On Tuesday, August 8, 2017, a memorable meeting took place in San Francisco. Five aging Korean War veterans had the opportunity to share a meal with twenty-three young Korean exchange students in an emotional communion of past and present. The nineteen girls and four boys from Kyungbuk College were here under the aegis of the Berkeley Global Institute (BGI), a Bay Area organization that brings Korean student groups here to experience American culture.
As BGI President Unee Kim explained, “We feel that the young people in Korea aren’t as aware as they should be of the sacrifices made by young Americans on their behalf during the Korean War. We want to offer these students a very special opportunity to meet and bond with some of the Americans who fought for them more than sixty years ago, so that the students and veterans alike might better appreciate our shared history and values.”
This was BGI’s second student-veteran luncheon. The first took place in February, 2016, and it was so popular with all the participants that BGI decided to organize another one. The venue for both was Sears Fine Food restaurant, owned by KWMF Vice President and prominent Bay Area restaurateur Man J. Kim, who generously sponsored and hosted the luncheons.
After an initial period of generational and cultural awkwardness, awareness of a common humanity came to life. The veterans shared memories and memorabilia with the students. The students treated the vets like pop stars. And strangers with six decades of age and nearly six thousand miles of ocean between them soon became friends. It was remarkable.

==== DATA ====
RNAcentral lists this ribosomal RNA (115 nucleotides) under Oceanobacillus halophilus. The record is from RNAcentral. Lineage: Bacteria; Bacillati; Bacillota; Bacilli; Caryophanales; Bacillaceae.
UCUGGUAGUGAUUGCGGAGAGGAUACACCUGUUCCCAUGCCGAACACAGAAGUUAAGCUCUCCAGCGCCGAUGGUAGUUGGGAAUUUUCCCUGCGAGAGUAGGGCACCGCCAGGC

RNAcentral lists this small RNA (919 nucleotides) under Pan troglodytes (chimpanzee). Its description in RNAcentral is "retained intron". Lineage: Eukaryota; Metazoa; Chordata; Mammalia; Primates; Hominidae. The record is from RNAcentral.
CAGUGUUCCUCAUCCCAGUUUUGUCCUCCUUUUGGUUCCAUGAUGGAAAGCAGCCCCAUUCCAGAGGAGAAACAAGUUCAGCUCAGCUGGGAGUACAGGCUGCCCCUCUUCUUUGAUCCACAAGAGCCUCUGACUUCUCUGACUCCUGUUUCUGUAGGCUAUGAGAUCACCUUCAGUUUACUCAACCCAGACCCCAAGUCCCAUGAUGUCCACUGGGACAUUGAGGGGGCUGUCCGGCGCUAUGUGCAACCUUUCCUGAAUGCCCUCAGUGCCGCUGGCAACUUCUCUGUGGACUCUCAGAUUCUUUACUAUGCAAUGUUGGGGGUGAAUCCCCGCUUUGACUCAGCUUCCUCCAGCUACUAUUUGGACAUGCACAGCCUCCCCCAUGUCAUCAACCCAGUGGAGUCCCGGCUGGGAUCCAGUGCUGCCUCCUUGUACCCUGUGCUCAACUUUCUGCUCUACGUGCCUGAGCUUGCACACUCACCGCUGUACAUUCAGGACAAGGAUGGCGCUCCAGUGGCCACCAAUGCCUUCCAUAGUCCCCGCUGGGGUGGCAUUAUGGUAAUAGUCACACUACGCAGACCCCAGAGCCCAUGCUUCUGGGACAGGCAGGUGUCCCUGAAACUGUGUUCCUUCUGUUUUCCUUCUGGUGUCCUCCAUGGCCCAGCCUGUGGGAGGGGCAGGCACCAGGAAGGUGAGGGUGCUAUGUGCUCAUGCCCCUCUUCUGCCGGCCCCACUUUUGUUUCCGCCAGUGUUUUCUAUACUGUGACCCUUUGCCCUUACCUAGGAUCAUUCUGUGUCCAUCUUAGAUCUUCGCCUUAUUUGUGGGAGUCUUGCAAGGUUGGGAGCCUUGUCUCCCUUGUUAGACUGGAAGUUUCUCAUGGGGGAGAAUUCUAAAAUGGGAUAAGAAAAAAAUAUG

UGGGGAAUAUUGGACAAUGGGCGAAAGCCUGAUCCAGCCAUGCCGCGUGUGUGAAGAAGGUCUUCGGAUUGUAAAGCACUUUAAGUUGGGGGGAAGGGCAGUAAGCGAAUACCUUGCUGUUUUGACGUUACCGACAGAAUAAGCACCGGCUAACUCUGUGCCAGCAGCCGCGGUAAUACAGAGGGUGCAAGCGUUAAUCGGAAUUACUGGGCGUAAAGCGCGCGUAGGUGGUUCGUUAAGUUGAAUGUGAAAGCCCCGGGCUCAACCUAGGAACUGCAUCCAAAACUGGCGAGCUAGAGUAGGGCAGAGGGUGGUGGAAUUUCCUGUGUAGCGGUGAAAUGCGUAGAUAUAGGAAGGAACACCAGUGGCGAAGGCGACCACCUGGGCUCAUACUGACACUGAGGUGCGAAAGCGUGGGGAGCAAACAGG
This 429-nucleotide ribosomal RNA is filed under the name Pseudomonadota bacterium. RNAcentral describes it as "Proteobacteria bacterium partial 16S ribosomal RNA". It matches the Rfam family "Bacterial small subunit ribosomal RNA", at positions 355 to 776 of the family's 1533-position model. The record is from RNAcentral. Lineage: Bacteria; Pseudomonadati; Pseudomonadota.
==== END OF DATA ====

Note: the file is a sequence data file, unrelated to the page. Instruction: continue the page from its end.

A highlight of the luncheon came when veterans Jimmy Cheong and Donald Reid sang an impromptu duet version of “Arirang,” the beloved Korean folk song. The students seemed very surprised and pleased that Reid knew the Korean lyrics so well. Then the students, not to be outdone, stood up and sang “Arirang” for the veterans.
Next, host Man J. Kim presented each of the students with a Korean-language version of “From the Hudson to the Yalu,” a memoir by Colonel Harry J. Maihafer, USA (Ret.) of his experiences from West Point to Korea during the war. Mr. Kim himself had arranged for the translation of the book into Korean and the subsequent publication of that edition.
As the memorable event began to wrap up, the veterans and students exchanged email addresses and promised to keep these new relationships alive. The young Koreans will not forget the Korean War and the Americans who fought for their freedom. And the old veterans are now assured that they are remembered and appreciated in the far away land where they sacrificed so much so long ago.